Both boards have sintered base that runs super fast, holds wax well, and are tough enough to withstand a few rocks. However, the Custom has a slightly higher grade WFO sintered base that has larger pores and holds wax a little better.
How the riding compares?
Burton classifies both the Process and the Custom as all-mountain boards, meaning they are the most versatile kind of board and suitable for all types or riding from park to piste to powder.
This is how Burton rates the two boards, as you can see they are pretty similar!
I am kind of surprised they rate them so highly as all mountain boards and not so much as park boards. After all, a lot of their pro riders ride these boards in competition.
This is how I would compare the two boards:
The main characteristics that make a difference here are the camber and the flex of the two boards. The Custom is a little stiffer and has a full-length camber profile. This makes it more stable and precise to ride, which suits riding big jumps and riding half-pipe. But you need to be a really good rider to need this level of precision and lack of forgiveness when riding the park.
The Process has those small flat sections in the camber at the contact points, which makes it more forgiving to ride in the park. This is particularly suited to butter tricks and riding rails and boxes. It might be a little soft and lose for riding pipe, but probably only for expert riders.
For the vast majority of riders, I would say the Process is a more versatile board for the park.
All-mountain riding basically is your everyday cruising around the mountain, carving some turns, maybe hitting little jumps, and looking for little pockets of powder. And both boards are great for this.
But again, they do suit slightly different styles of riding. If you are the kind of rider that likes speed, carving turns on the groomers and popping big ollies I would go for the Custom.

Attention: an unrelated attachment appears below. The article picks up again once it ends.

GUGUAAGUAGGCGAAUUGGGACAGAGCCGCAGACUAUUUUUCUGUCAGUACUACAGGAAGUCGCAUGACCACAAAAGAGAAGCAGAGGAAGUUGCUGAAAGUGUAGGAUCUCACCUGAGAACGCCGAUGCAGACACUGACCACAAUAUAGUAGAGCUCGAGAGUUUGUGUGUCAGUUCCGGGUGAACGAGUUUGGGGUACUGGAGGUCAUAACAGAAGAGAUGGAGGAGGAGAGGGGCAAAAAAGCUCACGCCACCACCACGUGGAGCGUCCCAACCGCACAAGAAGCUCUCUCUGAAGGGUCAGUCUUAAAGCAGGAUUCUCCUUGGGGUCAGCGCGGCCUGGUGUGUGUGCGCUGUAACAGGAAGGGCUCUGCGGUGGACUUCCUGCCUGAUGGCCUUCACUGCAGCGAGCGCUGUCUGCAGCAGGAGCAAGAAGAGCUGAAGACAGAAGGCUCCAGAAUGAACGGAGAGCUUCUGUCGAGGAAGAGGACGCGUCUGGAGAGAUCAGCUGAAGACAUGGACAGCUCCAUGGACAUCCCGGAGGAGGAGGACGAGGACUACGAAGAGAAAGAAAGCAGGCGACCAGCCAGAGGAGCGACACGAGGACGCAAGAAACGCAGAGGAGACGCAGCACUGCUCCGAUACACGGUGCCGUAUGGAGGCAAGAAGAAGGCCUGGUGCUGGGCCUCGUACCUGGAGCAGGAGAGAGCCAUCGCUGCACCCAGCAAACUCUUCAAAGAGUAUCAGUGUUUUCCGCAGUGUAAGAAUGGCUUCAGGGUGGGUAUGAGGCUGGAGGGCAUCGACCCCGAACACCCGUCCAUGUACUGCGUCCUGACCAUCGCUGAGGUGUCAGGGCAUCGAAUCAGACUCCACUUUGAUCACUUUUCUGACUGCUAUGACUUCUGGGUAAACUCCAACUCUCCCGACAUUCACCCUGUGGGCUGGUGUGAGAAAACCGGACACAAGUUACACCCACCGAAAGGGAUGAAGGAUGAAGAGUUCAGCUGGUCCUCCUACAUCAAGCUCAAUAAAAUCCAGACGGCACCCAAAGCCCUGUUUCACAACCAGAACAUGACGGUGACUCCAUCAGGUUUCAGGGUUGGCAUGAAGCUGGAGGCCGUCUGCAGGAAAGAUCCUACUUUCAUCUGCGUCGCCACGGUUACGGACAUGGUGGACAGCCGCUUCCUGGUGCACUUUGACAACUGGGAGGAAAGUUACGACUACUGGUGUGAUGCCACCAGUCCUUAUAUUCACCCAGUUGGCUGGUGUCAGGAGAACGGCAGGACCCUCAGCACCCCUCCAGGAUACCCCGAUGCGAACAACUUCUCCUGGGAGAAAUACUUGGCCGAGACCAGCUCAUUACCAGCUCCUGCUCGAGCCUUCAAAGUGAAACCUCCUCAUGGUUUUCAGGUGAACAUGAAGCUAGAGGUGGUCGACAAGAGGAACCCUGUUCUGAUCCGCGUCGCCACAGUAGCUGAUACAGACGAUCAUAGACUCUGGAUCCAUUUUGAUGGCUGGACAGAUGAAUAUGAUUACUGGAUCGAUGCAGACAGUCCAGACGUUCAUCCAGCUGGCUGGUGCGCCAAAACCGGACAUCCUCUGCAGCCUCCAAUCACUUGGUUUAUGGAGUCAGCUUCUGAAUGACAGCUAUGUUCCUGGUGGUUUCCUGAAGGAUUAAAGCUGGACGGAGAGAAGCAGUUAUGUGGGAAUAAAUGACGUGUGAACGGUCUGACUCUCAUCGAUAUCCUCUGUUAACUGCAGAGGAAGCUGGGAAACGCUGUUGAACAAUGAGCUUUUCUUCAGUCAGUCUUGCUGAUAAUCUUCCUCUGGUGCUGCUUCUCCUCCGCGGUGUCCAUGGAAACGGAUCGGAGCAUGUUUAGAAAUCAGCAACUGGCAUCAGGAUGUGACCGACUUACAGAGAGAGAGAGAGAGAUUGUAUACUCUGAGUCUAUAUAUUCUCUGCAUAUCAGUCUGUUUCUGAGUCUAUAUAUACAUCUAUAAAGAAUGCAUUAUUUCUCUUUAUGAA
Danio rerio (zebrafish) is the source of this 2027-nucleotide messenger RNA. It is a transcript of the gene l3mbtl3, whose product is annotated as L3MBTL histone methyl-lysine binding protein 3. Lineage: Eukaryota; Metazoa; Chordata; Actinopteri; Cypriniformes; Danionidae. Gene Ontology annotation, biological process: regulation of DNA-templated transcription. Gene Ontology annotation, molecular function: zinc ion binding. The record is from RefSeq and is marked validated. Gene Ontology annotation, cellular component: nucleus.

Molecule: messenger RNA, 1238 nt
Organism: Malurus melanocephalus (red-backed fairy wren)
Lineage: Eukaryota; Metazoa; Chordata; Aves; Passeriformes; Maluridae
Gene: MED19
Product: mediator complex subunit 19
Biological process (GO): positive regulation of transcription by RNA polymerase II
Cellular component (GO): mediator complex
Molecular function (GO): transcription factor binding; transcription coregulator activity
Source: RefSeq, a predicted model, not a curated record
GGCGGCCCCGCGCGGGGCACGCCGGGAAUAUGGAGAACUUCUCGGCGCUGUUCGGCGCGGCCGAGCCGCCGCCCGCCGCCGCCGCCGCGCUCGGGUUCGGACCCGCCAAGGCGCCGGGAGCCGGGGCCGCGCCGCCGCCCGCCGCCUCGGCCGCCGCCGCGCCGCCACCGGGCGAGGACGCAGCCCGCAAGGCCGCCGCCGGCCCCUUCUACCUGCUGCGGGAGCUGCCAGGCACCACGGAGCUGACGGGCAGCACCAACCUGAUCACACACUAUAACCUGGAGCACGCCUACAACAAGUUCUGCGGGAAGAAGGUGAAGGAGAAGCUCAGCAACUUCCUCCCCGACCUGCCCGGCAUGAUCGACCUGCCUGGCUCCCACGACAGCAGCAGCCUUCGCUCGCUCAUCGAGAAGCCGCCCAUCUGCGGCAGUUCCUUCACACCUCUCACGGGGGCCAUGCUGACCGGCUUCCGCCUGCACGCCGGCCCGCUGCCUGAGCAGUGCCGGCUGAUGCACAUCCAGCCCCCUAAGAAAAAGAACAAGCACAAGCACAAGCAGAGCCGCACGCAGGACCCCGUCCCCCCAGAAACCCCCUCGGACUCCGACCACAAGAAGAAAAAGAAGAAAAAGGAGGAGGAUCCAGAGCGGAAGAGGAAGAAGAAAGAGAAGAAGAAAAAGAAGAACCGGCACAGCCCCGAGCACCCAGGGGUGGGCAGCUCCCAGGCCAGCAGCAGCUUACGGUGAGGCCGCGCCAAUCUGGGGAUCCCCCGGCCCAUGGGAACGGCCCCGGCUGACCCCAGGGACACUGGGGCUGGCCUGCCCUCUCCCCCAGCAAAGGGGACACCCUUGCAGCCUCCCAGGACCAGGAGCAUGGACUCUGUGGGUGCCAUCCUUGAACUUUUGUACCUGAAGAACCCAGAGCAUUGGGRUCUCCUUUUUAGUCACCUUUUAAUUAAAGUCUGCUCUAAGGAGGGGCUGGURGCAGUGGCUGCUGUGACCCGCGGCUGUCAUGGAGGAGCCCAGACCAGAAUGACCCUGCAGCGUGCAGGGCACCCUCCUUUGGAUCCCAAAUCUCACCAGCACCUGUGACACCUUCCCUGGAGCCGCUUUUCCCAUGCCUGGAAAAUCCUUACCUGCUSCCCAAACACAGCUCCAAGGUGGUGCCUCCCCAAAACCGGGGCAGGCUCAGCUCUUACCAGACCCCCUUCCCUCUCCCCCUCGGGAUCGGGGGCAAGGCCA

If you are a more aggressive rider that likes speed…I would go for the Custom.
If you the kind of rider that rides a bit slower and plays around with some butter tricks, I would go for the Process.
I would also say the boards suit different kinds of mountain. The Custom will give you more control if you are riding bigger, steeper resorts. The Process may be a little more fun if you are riding a smaller, flatter resort.
Burton also scores both boards equal when it comes to riding powder. But they achieve this in different ways:
The directional shape and longer nose give the Custom more float.
The flat section in the Process’ profile allows the nose to rise up a little earlier, so although it’s a true-twin it achieves the same result.
Because it’s a twin, the Process will also ride switch in the powder the same as natural stance, so it’s more suited for tricks and butters. For me though, the extra stiffness of the Custom just gives it the edge over the Process in the powder.
Both these boards are some of the best and most popular all-mountain boards on the market. But as I have explained their small differences in design make a big difference in their riding.
Personally, I prefer the Custom. These days it better suits my style of riding and the type of terrain I like to ride. Plus, I like this year’s neon pink base!
But if I was still in my 20’s when I was riding more park, I would probably go for the Process.